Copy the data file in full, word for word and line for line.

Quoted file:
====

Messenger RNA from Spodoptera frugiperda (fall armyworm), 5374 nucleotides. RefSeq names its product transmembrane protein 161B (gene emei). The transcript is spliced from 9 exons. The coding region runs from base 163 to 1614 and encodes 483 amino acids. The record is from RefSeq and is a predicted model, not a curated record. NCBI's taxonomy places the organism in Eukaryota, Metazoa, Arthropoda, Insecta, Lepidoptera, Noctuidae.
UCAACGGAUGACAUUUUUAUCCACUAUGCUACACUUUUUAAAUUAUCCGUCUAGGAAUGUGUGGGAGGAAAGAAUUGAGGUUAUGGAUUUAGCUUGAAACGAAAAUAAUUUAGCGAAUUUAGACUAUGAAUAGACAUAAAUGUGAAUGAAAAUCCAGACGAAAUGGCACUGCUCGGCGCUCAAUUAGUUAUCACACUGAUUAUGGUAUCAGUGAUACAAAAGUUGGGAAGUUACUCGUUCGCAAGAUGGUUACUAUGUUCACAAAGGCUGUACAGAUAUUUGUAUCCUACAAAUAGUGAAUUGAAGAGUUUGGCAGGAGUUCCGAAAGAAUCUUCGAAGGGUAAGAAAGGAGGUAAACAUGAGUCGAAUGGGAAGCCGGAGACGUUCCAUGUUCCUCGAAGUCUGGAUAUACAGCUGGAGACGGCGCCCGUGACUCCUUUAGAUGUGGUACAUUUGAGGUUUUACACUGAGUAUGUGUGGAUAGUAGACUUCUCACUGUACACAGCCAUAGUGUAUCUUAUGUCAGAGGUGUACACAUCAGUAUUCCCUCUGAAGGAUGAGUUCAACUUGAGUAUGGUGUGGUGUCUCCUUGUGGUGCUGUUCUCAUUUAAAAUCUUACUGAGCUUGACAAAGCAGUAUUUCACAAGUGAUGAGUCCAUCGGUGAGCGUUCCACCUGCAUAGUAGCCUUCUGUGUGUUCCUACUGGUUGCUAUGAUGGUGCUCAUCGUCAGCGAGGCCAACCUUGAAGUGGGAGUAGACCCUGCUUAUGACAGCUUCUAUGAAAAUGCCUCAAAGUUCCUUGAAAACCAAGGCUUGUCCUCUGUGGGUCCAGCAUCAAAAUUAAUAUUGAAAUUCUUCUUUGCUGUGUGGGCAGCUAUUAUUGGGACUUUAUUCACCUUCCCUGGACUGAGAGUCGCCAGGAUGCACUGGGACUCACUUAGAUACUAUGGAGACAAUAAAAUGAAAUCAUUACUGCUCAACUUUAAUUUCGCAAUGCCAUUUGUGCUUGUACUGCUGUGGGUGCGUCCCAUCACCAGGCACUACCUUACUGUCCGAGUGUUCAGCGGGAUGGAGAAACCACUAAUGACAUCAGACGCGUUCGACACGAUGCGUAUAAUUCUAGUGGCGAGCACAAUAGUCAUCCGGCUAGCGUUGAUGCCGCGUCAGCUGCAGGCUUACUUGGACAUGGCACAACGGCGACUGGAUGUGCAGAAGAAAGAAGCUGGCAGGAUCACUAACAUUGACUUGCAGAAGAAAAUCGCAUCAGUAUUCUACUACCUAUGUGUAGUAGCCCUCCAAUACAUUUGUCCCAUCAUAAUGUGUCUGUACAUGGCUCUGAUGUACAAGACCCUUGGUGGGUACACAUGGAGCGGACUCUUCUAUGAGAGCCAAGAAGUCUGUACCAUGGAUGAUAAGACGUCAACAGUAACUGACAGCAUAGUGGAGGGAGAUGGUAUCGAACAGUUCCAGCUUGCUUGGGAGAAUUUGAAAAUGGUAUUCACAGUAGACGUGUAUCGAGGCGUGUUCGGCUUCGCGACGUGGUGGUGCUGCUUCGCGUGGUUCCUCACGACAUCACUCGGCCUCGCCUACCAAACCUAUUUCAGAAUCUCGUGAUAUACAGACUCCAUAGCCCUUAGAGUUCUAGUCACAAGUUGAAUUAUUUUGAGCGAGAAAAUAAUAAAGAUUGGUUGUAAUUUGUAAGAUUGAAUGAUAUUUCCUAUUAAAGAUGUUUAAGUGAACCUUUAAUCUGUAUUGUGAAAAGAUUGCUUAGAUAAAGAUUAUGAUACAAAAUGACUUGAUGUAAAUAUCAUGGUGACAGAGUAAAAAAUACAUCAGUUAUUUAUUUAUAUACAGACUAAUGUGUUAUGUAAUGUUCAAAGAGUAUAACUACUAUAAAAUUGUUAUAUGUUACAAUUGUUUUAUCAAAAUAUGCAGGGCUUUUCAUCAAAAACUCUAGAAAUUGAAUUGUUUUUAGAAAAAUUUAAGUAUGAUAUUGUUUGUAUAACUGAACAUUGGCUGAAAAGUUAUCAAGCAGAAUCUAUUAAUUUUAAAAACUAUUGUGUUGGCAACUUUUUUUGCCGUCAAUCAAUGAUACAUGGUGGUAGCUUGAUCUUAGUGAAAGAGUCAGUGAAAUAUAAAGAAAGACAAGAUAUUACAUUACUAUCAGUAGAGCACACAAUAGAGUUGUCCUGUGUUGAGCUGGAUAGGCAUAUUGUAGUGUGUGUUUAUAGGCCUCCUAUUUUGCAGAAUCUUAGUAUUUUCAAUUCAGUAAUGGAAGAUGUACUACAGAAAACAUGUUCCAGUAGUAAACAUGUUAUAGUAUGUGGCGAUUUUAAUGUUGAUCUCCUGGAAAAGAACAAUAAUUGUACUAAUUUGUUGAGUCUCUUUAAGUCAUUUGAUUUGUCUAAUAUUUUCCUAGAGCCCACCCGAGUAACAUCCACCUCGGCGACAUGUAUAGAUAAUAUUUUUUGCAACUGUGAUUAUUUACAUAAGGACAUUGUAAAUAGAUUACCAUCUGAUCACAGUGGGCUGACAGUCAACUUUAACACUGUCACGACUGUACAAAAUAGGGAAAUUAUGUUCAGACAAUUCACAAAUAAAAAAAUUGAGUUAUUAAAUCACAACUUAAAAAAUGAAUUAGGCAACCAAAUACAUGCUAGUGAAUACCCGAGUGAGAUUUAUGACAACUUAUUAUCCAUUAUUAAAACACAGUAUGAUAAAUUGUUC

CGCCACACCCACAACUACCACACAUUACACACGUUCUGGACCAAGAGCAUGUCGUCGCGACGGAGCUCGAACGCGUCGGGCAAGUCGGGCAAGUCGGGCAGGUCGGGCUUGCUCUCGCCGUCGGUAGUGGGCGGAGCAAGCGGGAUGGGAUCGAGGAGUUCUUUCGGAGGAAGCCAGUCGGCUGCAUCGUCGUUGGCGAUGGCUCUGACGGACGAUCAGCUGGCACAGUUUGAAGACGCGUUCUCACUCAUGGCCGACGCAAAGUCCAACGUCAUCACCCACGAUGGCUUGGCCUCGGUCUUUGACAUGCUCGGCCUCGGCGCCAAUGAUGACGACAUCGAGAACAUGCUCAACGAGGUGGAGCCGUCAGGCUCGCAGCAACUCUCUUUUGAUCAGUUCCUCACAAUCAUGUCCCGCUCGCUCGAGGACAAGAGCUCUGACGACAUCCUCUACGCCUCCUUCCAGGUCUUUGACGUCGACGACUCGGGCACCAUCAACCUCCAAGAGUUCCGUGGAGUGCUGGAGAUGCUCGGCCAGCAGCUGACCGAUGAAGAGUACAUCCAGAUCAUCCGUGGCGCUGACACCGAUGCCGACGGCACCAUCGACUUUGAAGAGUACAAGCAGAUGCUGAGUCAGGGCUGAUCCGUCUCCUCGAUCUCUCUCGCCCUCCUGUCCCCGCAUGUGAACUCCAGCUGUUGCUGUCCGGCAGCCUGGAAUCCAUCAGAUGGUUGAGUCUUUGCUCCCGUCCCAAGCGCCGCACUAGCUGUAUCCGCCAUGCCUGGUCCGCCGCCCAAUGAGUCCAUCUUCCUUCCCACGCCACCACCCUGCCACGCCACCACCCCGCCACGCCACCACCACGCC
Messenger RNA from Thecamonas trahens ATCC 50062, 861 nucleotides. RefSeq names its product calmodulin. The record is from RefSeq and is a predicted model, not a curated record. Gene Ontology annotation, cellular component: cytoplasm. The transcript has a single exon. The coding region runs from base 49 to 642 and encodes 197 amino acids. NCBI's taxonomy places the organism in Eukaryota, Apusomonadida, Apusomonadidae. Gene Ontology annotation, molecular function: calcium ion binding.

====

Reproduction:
Messenger RNA from Spodoptera frugiperda (fall armyworm), 5374 nucleotides. RefSeq names its product transmembrane protein 161B (gene emei). The transcript is spliced from 9 exons. The coding region runs from base 163 to 1614 and encodes 483 amino acids. The record is from RefSeq and is a predicted model, not a curated record. NCBI's taxonomy places the organism in Eukaryota, Metazoa, Arthropoda, Insecta, Lepidoptera, Noctuidae.
UCAACGGAUGACAUUUUUAUCCACUAUGCUACACUUUUUAAAUUAUCCGUCUAGGAAUGUGUGGGAGGAAAGAAUUGAGGUUAUGGAUUUAGCUUGAAACGAAAAUAAUUUAGCGAAUUUAGACUAUGAAUAGACAUAAAUGUGAAUGAAAAUCCAGACGAAAUGGCACUGCUCGGCGCUCAAUUAGUUAUCACACUGAUUAUGGUAUCAGUGAUACAAAAGUUGGGAAGUUACUCGUUCGCAAGAUGGUUACUAUGUUCACAAAGGCUGUACAGAUAUUUGUAUCCUACAAAUAGUGAAUUGAAGAGUUUGGCAGGAGUUCCGAAAGAAUCUUCGAAGGGUAAGAAAGGAGGUAAACAUGAGUCGAAUGGGAAGCCGGAGACGUUCCAUGUUCCUCGAAGUCUGGAUAUACAGCUGGAGACGGCGCCCGUGACUCCUUUAGAUGUGGUACAUUUGAGGUUUUACACUGAGUAUGUGUGGAUAGUAGACUUCUCACUGUACACAGCCAUAGUGUAUCUUAUGUCAGAGGUGUACACAUCAGUAUUCCCUCUGAAGGAUGAGUUCAACUUGAGUAUGGUGUGGUGUCUCCUUGUGGUGCUGUUCUCAUUUAAAAUCUUACUGAGCUUGACAAAGCAGUAUUUCACAAGUGAUGAGUCCAUCGGUGAGCGUUCCACCUGCAUAGUAGCCUUCUGUGUGUUCCUACUGGUUGCUAUGAUGGUGCUCAUCGUCAGCGAGGCCAACCUUGAAGUGGGAGUAGACCCUGCUUAUGACAGCUUCUAUGAAAAUGCCUCAAAGUUCCUUGAAAACCAAGGCUUGUCCUCUGUGGGUCCAGCAUCAAAAUUAAUAUUGAAAUUCUUCUUUGCUGUGUGGGCAGCUAUUAUUGGGACUUUAUUCACCUUCCCUGGACUGAGAGUCGCCAGGAUGCACUGGGACUCACUUAGAUACUAUGGAGACAAUAAAAUGAAAUCAUUACUGCUCAACUUUAAUUUCGCAAUGCCAUUUGUGCUUGUACUGCUGUGGGUGCGUCCCAUCACCAGGCACUACCUUACUGUCCGAGUGUUCAGCGGGAUGGAGAAACCACUAAUGACAUCAGACGCGUUCGACACGAUGCGUAUAAUUCUAGUGGCGAGCACAAUAGUCAUCCGGCUAGCGUUGAUGCCGCGUCAGCUGCAGGCUUACUUGGACAUGGCACAACGGCGACUGGAUGUGCAGAAGAAAGAAGCUGGCAGGAUCACUAACAUUGACUUGCAGAAGAAAAUCGCAUCAGUAUUCUACUACCUAUGUGUAGUAGCCCUCCAAUACAUUUGUCCCAUCAUAAUGUGUCUGUACAUGGCUCUGAUGUACAAGACCCUUGGUGGGUACACAUGGAGCGGACUCUUCUAUGAGAGCCAAGAAGUCUGUACCAUGGAUGAUAAGACGUCAACAGUAACUGACAGCAUAGUGGAGGGAGAUGGUAUCGAACAGUUCCAGCUUGCUUGGGAGAAUUUGAAAAUGGUAUUCACAGUAGACGUGUAUCGAGGCGUGUUCGGCUUCGCGACGUGGUGGUGCUGCUUCGCGUGGUUCCUCACGACAUCACUCGGCCUCGCCUACCAAACCUAUUUCAGAAUCUCGUGAUAUACAGACUCCAUAGCCCUUAGAGUUCUAGUCACAAGUUGAAUUAUUUUGAGCGAGAAAAUAAUAAAGAUUGGUUGUAAUUUGUAAGAUUGAAUGAUAUUUCCUAUUAAAGAUGUUUAAGUGAACCUUUAAUCUGUAUUGUGAAAAGAUUGCUUAGAUAAAGAUUAUGAUACAAAAUGACUUGAUGUAAAUAUCAUGGUGACAGAGUAAAAAAUACAUCAGUUAUUUAUUUAUAUACAGACUAAUGUGUUAUGUAAUGUUCAAAGAGUAUAACUACUAUAAAAUUGUUAUAUGUUACAAUUGUUUUAUCAAAAUAUGCAGGGCUUUUCAUCAAAAACUCUAGAAAUUGAAUUGUUUUUAGAAAAAUUUAAGUAUGAUAUUGUUUGUAUAACUGAACAUUGGCUGAAAAGUUAUCAAGCAGAAUCUAUUAAUUUUAAAAACUAUUGUGUUGGCAACUUUUUUUGCCGUCAAUCAAUGAUACAUGGUGGUAGCUUGAUCUUAGUGAAAGAGUCAGUGAAAUAUAAAGAAAGACAAGAUAUUACAUUACUAUCAGUAGAGCACACAAUAGAGUUGUCCUGUGUUGAGCUGGAUAGGCAUAUUGUAGUGUGUGUUUAUAGGCCUCCUAUUUUGCAGAAUCUUAGUAUUUUCAAUUCAGUAAUGGAAGAUGUACUACAGAAAACAUGUUCCAGUAGUAAACAUGUUAUAGUAUGUGGCGAUUUUAAUGUUGAUCUCCUGGAAAAGAACAAUAAUUGUACUAAUUUGUUGAGUCUCUUUAAGUCAUUUGAUUUGUCUAAUAUUUUCCUAGAGCCCACCCGAGUAACAUCCACCUCGGCGACAUGUAUAGAUAAUAUUUUUUGCAACUGUGAUUAUUUACAUAAGGACAUUGUAAAUAGAUUACCAUCUGAUCACAGUGGGCUGACAGUCAACUUUAACACUGUCACGACUGUACAAAAUAGGGAAAUUAUGUUCAGACAAUUCACAAAUAAAAAAAUUGAGUUAUUAAAUCACAACUUAAAAAAUGAAUUAGGCAACCAAAUACAUGCUAGUGAAUACCCGAGUGAGAUUUAUGACAACUUAUUAUCCAUUAUUAAAACACAGUAUGAUAAAUUGUUC

CGCCACACCCACAACUACCACACAUUACACACGUUCUGGACCAAGAGCAUGUCGUCGCGACGGAGCUCGAACGCGUCGGGCAAGUCGGGCAAGUCGGGCAGGUCGGGCUUGCUCUCGCCGUCGGUAGUGGGCGGAGCAAGCGGGAUGGGAUCGAGGAGUUCUUUCGGAGGAAGCCAGUCGGCUGCAUCGUCGUUGGCGAUGGCUCUGACGGACGAUCAGCUGGCACAGUUUGAAGACGCGUUCUCACUCAUGGCCGACGCAAAGUCCAACGUCAUCACCCACGAUGGCUUGGCCUCGGUCUUUGACAUGCUCGGCCUCGGCGCCAAUGAUGACGACAUCGAGAACAUGCUCAACGAGGUGGAGCCGUCAGGCUCGCAGCAACUCUCUUUUGAUCAGUUCCUCACAAUCAUGUCCCGCUCGCUCGAGGACAAGAGCUCUGACGACAUCCUCUACGCCUCCUUCCAGGUCUUUGACGUCGACGACUCGGGCACCAUCAACCUCCAAGAGUUCCGUGGAGUGCUGGAGAUGCUCGGCCAGCAGCUGACCGAUGAAGAGUACAUCCAGAUCAUCCGUGGCGCUGACACCGAUGCCGACGGCACCAUCGACUUUGAAGAGUACAAGCAGAUGCUGAGUCAGGGCUGAUCCGUCUCCUCGAUCUCUCUCGCCCUCCUGUCCCCGCAUGUGAACUCCAGCUGUUGCUGUCCGGCAGCCUGGAAUCCAUCAGAUGGUUGAGUCUUUGCUCCCGUCCCAAGCGCCGCACUAGCUGUAUCCGCCAUGCCUGGUCCGCCGCCCAAUGAGUCCAUCUUCCUUCCCACGCCACCACCCUGCCACGCCACCACCCCGCCACGCCACCACCACGCC
Messenger RNA from Thecamonas trahens ATCC 50062, 861 nucleotides. RefSeq names its product calmodulin. The record is from RefSeq and is a predicted model, not a curated record. Gene Ontology annotation, cellular component: cytoplasm. The transcript has a single exon. The coding region runs from base 49 to 642 and encodes 197 amino acids. NCBI's taxonomy places the organism in Eukaryota, Apusomonadida, Apusomonadidae. Gene Ontology annotation, molecular function: calcium ion binding.